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Part adventure story, part cultural history, an exploration of the phenomenon of pilgrimage along the age-old Way of Saint James in France.
Driven by curiosity, wanderlust, and health crises, David Downie and his wife set out from Paris to walk across France to the Pyrenees. Starting on the Rue Saint-Jacques and trekking 750 miles south to Roncesvalles, Spain, their eccentric route takes seventy-two days on Roman roads and pilgrimage pathsa 1,100-year-old network of trails leading to the sanctuary of Saint James the Greater. For Downie, the inward journey met the outer one: a combination of self-discovery and physical regeneration. More than 200,000 pilgrims take the highly commercialized Spanish route annually, but few cross France. Downie had a goal: to go from paris to the pyrenees on age-old trails, making the pilgrimage in his own maverick way.
|Product dimensions:||5.40(w) x 8.10(h) x 1.10(d)|
About the Author
has called Paris and the Marais home since
1986. He has written for over 50 publications worldwide including Bon Appétit,
The Los Angeles Times, Town & Country Travel, The San Francisco Chronicle,
epicurious.com, and Salon.com. He is the author of the critically acclaimed
Paris, Paris: Journey into the City of Light, three Terroir guides, as well as several cookbooks and crime novels. He lives with his wife, Alison Harris, a photographer, and creates custom tours via his "Paris, Paris Tours" blog site:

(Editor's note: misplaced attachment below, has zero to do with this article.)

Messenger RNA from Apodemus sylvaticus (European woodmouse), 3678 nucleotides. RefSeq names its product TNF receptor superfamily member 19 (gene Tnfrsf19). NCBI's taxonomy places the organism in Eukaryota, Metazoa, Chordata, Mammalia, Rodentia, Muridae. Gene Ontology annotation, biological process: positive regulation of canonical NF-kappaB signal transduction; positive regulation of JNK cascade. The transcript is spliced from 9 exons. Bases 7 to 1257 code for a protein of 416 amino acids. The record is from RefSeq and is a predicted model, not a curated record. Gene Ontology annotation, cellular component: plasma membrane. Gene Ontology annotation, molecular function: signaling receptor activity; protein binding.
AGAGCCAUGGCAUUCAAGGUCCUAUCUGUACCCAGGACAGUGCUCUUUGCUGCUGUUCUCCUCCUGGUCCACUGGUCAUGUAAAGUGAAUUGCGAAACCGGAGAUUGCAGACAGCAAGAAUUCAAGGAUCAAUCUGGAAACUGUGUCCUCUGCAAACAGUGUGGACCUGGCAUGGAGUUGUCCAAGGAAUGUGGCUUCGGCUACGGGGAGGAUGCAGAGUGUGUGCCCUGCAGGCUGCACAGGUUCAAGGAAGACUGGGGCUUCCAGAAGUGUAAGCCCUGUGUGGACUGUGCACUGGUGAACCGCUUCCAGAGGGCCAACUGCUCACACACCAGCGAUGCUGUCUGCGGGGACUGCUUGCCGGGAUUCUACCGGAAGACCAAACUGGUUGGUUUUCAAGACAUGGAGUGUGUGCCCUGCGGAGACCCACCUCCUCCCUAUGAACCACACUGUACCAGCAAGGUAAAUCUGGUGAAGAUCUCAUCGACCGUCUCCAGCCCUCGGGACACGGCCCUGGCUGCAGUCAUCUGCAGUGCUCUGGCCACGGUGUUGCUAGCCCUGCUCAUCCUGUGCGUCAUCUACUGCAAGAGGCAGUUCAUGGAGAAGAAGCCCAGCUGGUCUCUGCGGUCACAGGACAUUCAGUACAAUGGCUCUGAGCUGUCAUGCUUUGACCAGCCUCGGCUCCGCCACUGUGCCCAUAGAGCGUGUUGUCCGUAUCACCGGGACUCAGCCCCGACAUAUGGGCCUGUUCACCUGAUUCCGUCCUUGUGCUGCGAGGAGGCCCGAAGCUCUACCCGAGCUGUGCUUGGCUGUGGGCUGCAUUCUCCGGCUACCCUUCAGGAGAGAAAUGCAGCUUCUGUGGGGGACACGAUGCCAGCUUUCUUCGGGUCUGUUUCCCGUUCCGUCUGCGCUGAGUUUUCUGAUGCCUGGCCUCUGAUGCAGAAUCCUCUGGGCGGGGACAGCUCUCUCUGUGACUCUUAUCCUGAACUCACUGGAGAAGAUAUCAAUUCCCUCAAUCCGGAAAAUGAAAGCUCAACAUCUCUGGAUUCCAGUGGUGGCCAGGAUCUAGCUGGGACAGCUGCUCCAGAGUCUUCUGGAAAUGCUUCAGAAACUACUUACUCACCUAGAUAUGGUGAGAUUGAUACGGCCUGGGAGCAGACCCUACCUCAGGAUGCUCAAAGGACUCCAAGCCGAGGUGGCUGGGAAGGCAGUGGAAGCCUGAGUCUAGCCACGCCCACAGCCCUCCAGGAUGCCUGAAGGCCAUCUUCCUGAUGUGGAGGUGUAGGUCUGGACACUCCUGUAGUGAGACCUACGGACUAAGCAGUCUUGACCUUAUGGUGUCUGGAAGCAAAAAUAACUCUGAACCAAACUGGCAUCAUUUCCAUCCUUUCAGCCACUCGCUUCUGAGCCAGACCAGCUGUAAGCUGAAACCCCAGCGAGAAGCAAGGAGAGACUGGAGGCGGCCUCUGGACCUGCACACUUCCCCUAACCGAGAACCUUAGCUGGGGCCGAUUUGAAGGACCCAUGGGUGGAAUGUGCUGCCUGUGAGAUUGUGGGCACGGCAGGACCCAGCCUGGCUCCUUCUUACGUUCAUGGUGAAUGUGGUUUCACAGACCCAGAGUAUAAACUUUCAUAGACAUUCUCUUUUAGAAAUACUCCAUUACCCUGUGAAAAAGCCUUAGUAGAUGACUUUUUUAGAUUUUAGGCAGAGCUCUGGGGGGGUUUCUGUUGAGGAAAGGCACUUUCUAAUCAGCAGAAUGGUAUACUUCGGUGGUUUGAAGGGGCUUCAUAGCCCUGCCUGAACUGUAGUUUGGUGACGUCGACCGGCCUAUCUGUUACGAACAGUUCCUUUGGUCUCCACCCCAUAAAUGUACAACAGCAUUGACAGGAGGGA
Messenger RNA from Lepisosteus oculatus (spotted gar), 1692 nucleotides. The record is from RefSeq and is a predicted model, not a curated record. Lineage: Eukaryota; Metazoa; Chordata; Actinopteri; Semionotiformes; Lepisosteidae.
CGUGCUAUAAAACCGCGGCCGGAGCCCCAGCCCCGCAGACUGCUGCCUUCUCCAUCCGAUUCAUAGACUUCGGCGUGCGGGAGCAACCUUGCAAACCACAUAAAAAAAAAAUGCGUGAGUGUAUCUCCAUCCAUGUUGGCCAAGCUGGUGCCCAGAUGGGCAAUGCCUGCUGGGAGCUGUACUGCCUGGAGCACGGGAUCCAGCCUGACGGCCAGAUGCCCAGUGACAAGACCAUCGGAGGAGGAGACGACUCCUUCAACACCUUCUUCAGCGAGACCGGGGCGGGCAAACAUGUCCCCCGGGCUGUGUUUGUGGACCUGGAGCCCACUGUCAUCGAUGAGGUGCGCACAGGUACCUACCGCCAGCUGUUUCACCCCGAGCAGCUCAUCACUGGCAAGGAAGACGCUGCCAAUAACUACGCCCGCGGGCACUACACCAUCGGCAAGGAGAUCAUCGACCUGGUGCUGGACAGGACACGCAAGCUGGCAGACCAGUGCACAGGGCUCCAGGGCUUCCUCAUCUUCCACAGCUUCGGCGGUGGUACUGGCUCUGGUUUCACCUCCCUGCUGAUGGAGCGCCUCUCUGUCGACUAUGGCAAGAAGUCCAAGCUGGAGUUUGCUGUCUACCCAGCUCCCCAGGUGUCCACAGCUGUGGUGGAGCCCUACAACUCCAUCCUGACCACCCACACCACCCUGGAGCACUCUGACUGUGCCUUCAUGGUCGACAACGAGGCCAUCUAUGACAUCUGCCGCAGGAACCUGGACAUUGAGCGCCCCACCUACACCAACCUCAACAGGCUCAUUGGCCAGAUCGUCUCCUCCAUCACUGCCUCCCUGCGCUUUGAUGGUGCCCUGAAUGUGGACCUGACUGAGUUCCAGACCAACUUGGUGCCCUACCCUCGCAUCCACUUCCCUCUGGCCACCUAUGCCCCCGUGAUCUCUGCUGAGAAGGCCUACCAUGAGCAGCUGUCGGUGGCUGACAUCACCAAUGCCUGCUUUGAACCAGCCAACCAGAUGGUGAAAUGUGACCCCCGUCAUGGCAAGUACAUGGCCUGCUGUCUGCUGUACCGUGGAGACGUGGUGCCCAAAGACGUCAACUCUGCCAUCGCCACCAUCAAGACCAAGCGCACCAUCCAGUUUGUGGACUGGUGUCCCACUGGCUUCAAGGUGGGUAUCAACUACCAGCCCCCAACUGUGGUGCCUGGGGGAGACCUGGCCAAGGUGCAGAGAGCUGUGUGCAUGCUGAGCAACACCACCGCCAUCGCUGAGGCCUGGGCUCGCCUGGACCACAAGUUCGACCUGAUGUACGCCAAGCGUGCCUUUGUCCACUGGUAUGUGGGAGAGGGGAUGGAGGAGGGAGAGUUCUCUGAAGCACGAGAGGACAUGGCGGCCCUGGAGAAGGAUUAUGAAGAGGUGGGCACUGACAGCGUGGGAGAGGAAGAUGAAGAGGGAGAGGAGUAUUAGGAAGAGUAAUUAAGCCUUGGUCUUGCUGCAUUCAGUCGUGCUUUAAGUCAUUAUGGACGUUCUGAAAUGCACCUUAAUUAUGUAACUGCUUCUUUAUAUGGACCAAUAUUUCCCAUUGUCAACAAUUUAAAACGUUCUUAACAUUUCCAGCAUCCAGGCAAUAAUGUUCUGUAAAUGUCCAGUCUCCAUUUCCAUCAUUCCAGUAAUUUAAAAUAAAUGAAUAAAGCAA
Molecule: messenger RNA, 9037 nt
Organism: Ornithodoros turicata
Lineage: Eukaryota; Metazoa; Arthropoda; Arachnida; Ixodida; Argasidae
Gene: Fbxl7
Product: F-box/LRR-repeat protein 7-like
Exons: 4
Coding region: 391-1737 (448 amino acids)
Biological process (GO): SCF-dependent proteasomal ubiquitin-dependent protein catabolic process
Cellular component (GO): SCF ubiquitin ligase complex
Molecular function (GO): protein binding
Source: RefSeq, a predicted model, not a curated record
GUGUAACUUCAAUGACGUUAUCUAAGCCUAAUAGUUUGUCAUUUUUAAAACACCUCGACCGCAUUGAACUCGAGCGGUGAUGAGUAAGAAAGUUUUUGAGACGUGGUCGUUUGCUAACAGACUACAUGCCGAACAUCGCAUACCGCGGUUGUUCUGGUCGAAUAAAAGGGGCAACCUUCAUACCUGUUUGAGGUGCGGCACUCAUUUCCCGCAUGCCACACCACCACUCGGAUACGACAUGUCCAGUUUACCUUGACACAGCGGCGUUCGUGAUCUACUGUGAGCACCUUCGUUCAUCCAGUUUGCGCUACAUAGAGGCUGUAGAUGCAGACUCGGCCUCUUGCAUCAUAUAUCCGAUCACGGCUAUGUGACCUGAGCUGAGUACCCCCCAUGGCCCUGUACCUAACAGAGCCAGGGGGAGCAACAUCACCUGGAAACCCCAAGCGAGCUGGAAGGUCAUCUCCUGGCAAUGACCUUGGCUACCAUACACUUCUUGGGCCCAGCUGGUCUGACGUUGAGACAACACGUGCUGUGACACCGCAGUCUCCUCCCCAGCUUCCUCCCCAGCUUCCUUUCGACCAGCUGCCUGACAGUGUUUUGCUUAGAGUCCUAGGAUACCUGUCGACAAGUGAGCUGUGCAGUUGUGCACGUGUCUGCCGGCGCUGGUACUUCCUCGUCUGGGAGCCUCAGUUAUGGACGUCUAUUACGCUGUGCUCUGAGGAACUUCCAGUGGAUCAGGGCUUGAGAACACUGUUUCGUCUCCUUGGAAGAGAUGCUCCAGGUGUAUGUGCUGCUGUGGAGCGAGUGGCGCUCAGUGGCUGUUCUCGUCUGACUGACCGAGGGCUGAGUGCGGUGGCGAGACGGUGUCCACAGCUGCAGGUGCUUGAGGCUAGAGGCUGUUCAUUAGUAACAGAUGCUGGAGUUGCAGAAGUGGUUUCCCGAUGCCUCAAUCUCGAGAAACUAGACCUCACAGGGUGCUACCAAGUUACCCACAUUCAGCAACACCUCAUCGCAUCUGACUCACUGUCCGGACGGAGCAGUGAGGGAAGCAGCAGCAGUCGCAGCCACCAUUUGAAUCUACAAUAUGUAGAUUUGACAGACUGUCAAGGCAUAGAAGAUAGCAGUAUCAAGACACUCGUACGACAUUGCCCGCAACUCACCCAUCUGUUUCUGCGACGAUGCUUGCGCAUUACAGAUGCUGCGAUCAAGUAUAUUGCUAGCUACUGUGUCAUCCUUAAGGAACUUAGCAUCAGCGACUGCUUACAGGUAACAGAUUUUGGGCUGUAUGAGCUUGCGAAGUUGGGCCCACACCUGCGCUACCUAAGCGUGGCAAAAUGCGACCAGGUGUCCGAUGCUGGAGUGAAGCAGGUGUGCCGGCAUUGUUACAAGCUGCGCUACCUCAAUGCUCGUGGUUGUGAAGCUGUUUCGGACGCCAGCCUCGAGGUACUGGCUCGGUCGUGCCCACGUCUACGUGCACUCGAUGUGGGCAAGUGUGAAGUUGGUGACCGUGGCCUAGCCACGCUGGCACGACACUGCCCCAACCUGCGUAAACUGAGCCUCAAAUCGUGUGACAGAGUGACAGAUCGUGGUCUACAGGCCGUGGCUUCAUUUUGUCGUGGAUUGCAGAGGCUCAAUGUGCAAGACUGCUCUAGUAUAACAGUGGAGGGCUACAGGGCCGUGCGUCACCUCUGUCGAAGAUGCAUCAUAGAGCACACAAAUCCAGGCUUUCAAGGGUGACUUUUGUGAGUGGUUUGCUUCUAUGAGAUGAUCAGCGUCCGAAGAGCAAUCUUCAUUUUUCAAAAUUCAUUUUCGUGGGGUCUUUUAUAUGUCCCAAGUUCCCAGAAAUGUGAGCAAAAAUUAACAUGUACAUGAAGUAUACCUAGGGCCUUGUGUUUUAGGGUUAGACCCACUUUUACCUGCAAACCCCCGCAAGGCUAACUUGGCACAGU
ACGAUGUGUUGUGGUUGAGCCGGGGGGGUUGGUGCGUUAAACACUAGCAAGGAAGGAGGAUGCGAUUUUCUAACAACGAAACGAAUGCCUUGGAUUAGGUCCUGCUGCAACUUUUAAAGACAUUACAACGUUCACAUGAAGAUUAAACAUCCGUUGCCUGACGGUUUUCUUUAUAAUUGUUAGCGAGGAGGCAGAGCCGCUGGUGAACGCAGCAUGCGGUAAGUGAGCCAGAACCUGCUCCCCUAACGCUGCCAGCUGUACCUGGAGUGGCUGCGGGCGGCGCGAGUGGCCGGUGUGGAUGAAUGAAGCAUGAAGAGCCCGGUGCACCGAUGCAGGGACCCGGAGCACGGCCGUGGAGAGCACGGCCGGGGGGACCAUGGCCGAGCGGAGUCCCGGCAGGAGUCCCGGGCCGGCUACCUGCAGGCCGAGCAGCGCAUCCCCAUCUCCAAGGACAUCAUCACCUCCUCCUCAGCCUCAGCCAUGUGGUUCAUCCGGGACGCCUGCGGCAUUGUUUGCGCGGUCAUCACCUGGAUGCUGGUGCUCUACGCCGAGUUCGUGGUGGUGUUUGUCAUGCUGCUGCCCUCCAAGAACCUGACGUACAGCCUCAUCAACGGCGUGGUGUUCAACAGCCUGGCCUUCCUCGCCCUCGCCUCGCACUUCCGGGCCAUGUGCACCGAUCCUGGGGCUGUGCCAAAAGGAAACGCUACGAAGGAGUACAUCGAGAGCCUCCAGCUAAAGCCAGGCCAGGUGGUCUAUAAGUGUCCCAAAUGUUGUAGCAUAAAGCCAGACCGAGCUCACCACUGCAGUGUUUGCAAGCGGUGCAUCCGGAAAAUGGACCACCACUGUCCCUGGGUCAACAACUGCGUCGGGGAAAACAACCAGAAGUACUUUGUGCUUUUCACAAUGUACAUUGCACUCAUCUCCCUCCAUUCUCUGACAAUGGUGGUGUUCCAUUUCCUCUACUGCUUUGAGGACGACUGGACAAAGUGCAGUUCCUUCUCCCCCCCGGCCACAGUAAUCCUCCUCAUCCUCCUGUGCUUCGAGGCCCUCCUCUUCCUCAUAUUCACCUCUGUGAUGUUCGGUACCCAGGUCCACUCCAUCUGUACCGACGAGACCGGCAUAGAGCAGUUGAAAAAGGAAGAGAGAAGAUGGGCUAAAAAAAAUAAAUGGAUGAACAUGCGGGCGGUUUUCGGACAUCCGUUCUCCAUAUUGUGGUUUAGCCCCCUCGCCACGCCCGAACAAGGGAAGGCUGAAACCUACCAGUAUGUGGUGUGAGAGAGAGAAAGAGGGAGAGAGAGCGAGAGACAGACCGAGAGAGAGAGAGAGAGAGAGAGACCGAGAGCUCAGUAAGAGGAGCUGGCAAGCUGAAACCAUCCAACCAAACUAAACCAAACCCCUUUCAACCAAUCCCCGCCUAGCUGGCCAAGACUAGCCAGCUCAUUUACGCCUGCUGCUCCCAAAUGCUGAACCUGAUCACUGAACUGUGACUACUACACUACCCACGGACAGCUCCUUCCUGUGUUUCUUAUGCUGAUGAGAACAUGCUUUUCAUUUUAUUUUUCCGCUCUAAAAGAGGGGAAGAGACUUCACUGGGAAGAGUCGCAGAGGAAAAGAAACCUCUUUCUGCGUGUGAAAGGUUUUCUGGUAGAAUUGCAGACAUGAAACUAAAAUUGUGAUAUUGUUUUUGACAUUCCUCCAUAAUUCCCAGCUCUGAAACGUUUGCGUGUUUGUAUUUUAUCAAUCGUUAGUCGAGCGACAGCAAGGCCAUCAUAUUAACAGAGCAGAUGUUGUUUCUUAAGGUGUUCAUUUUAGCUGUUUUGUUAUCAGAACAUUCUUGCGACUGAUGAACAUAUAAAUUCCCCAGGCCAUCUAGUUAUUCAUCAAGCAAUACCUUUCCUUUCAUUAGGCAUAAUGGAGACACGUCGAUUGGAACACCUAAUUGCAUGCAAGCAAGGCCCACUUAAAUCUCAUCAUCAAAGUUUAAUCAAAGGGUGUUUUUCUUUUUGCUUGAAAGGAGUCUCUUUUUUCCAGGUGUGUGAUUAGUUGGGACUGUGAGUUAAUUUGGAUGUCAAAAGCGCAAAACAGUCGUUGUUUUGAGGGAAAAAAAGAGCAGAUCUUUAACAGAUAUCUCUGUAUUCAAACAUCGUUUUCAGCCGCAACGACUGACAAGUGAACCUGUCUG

Most Helpful Customer Reviews
Heard the author on NPR, read the book, wonderful! Quirky is a word that comes to mind. Original is another. Loved it.
While I enjoyed reading this book, I became weary after a while trying to visualize the trek. I googled the towns they were in and even found some of the inns where they stayed. That helped. I did enjoy the author's wry sense of humor, but would be hesitant to recommend it except to people who would love ancient history's connection to modern France.
Seldom do I want to read a book twice, but this book is definitely going to be read again. I enjoyed it so much. There is a lot of history here as well as getting to know the author and his wife. Plus the pictures!!! Had to buy the book for a friend. She wanted to borrow my book and I wasn't willing to give it up!!
This a great tale of two people (David Downie and his wife, Alison Harris, as photographer and soul-mate) wandering through central France to the start of the traditional route for the Camino de Santiago in the Pyrenees. His sensitivity for the people, region, environment and understanding of history is what made it most interesting and well worth recommending to others. I appreciated the fact the story wasn't your typical wandering hiking adventure tale of a middle aged man/women searching for the meaning of life, or their lives. Though some of this does come thru as it would for anyone hiking for 3 months - but in a way it was totally natural. Their attitude was generally upbeat and a joy to be around (vicariously of course). And if a day had been bad or good - the writing was good enough that you knew it had been a great day or bad day without the author having to explain why. The books is not a "how-to" guide in how to physically do a similar trip more of a "how-to" enjoy an adventure like this - which is great. Thank goodness the book was not bogged down on equipment reviews, preparation for doing the hike, endless complaints of all things negative that we know happens on a multiday adventure or even what shoes or clothes to wear. (Though I was curious how they kept their clothes clean since they carried so little and there was no mention of laundering or days off to take care those types of things). I did not look at any of the wonderful photographs until the end (my mistake), they are great and really do convey the adventure in a way that matches up with the writing. Great, enjoyable read.